A Message to Bangladesh: Wake up & Rise!

kolomWomen Chapter : During the last nine months, I felt a strong urge to pick up my pen a number of times; because I sensed the need to raise my voice, externalize my rage and rise in solidarity despite my limitations due to being thousand miles away from Bangladesh – the country where I was born in.

The systematic brutal attacks on bloggers, writers, publishers, and non-Bangladeshi aid workers broke my nerve. The repeated negligence of the government in bringing the perpetrators to justice made me furious. The tolerance of Bangladeshi citizens towards these attacks saddened me.

I have lost my faith on the government long ago. Both main political parties in Bangladesh have given me ample reasons to believe that they lack basics of ‘civilized’ politics and know-how to govern a state. None of them seem to have minimal capacity to empathize with the struggle of citizens. Or simply they are not willing to do so!

In this crucial time, what worries me the most is the lack of solidarity among citizens. We seem to be getting used to this brutality. The frequent occurrence of these attacks made us learn the trend; we can almost predict when to expect the next attack, and know who will be the next victim(s). After all, we have been handed-out by the militants a list of names of those who are in death row. We all wait for the next episode to happen.

We are curious to hear the news, but nothing shocks us or shakes our core! Morning-after of each attack, a handful number of concerned citizens condemns the brutal attacks, some activists get on the street to protest and the larger society remains the silent observer. So, why would these militant groups fear anything? Why would the government – the so-called ‘democratically-elected’ – feel threatened to be thrown off although it keeps failing to safeguard the constitutional rights of the citizens? The government knows by heart that it can get away with its incompetency.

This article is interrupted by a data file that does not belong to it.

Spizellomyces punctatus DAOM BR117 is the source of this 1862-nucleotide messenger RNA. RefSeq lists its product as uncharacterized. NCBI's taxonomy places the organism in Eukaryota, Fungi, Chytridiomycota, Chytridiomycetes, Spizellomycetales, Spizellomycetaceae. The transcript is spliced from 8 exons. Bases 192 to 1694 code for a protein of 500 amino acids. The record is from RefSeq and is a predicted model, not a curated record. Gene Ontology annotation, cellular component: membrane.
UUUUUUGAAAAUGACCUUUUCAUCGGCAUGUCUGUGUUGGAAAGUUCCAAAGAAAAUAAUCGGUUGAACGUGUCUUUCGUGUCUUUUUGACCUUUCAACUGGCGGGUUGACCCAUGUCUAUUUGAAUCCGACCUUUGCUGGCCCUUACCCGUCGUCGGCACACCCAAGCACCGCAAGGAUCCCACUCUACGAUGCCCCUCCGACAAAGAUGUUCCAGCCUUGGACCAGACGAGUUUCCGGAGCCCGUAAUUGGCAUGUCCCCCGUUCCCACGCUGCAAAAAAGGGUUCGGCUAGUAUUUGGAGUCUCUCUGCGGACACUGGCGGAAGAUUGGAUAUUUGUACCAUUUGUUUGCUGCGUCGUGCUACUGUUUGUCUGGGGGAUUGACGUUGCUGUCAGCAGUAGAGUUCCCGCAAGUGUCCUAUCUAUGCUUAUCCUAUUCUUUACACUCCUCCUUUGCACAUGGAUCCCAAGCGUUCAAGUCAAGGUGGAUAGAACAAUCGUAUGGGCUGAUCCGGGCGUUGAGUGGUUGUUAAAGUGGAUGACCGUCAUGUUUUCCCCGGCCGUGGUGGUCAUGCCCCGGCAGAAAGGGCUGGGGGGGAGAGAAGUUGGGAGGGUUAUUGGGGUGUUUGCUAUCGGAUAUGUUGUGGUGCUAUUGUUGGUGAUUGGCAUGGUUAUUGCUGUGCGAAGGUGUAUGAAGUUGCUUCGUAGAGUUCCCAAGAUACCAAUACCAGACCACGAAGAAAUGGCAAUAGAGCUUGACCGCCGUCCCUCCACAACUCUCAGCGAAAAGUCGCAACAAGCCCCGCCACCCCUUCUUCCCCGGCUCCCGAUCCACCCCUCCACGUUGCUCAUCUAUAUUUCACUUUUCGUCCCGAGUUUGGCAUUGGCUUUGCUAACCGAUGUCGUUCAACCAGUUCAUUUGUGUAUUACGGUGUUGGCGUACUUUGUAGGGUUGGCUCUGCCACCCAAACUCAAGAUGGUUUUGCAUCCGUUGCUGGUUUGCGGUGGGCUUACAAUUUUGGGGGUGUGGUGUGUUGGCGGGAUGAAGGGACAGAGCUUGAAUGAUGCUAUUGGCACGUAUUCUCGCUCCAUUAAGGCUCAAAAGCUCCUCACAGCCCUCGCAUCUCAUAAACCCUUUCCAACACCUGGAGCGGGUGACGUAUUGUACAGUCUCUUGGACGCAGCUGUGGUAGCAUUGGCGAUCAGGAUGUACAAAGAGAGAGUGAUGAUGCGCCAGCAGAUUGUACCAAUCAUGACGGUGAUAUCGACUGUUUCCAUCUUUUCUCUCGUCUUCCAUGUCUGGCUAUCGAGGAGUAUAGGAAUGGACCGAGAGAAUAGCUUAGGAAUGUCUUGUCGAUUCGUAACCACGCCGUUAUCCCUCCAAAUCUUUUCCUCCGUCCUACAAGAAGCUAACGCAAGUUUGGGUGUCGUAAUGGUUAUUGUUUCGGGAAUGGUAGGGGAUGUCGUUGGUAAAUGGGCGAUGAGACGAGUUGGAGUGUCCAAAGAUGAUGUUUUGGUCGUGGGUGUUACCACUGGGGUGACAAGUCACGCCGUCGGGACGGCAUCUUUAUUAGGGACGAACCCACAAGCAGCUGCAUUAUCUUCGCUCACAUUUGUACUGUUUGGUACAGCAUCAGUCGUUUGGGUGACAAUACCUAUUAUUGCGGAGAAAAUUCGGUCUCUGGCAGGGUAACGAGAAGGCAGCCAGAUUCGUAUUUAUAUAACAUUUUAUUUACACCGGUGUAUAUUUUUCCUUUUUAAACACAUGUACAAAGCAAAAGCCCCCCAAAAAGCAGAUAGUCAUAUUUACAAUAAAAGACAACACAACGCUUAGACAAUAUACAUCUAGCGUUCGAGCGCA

Many of us tend to blame our fate for all these. Fate is shaped by us and it is the very consequence of our own deeds or of our doing-nothing to prevent something. Fate is not something fixed or absolute like it is said in Bangla “written on our foreheads”. In a ‘People’s Republic’, people seem to have turned passive instead of being inspired and empowered in actively determining the fate. We have failed in essence and we pathetically got used our failure.

Bangladesh essentially needs a shock-therapy to wake up. But when the tolerance level of Bangladeshi society is so high that the citizens can get by with seeing a pool of blood from human-slaughter every while and has developed a thick-skin against violence, the shock-theory is probably something quite unrealistic to hope for.  

This is against my nature to sound so pessimistic, but I feel that my hope is getting drained and I am about to hit bottom. I am gasping for air and trying to be hopeful. The government is a lost case. I can only hope that people will feel the harsh lashes on their back each and every time a fellow citizen is deprived from her/his right to life and personal liberty, consequently will sense the urge to wake up and rise. When one of us is attacked, none of us is essentially safe.

Solidarity among citizens is crucial. The more we are, the better it is in order to put an end to this brutality and incompetency of the government once for all. In fact, we all have our shares of the responsibility to overcome this catastrophe Bangladesh is currently in. We all have the power to do something.  There is a saying by Albert Einstein that goes like this: “The world is a dangerous place to live; not because of the people who are evil, but because of the people who don’t do anything about it.”

Furthermore, we desperately need to straighten up our priorities. We got to prioritize the fundamental rights each and every citizen above all. No ideology or opinion is supreme over the fundamental rights we inherited as humans.

An attitude of zero tolerance to violence against any fellow citizens is needed to be bred and nurtured in our society. And we should not fear to make a proper use of the democratic power assigned by the constitution. 

I can lay my hope only on my fellow citizens.

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